Man is a fire-stealing animal, and we can't help building machines and machine intelligences, even if, from time to time, we use them not only to outsmart ourselves but to bring us right up to the doorstep of Doom.
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Over and over again, financial experts and wonkish talking heads endeavor to explain these mysterious, 'toxic' financial instruments to us lay folk. Over and over, they ignobly fail, because we all know that no one understands credit default obligations and derivatives, except perhaps Mr. Buffett and the computers who created them.
And it was back in the mid-1980s, and as I point out in a piece, that was when we are spending about eight percent of our gross domestic product on health care. And even then, we had the impression that so much of the excessive, aggressive medical treatment that took place at the end of life was not only unnecessary but it was cruel.
The first thing I became interested in in terms of 'Brain Storm' was neuroscience, and that is like saying you're interested in the universe. So ultimately I knew if I was going to handle this in a fictional format, I would have to take a subsection of neuroscience, and that turned out to be the use of neuroscience in criminal courts.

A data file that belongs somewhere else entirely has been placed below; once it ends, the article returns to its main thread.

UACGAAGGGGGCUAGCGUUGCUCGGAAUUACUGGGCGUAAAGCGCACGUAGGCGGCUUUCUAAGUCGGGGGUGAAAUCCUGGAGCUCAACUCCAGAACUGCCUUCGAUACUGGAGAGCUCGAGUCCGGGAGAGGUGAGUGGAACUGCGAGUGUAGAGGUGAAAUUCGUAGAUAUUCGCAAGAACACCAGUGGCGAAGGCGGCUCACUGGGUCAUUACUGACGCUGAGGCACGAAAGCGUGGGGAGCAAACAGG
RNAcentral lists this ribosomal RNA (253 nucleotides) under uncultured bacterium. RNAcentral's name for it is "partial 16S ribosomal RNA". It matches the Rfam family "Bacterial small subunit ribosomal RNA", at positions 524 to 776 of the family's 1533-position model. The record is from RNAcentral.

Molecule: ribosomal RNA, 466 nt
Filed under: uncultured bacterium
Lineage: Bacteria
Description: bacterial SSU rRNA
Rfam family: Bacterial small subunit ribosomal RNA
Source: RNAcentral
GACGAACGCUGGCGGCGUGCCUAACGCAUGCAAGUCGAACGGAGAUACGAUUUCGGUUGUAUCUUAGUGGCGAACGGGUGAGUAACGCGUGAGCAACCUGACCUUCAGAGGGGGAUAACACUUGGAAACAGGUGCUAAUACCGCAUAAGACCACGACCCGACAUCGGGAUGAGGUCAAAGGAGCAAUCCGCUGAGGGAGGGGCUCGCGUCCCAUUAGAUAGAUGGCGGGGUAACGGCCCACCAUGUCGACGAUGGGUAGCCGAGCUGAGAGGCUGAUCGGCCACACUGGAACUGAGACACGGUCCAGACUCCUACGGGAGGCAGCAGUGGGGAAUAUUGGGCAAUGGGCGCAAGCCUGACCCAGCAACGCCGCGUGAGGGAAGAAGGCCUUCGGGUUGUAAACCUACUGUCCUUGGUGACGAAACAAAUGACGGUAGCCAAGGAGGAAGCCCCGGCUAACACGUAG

The most interesting character to me is someone who is stuck in the no man's land between Belief and Unbelief, Faith and Faithlessness. I'm capitalizing like a German, but it doesn't matter whether it's faith in a person or in God, or belief in science or whatever, it's the desperate in-between state that makes for interesting dramatic tension.
We are still fearful, superstitious and all-too-human creatures. At times, we forget the magnitude of the havoc we can wreak by off-loading our minds onto super-intelligent machines, that is, until they run away from us, like mad sorcerers' apprentices, and drag us up to the precipice for a look down into the abyss.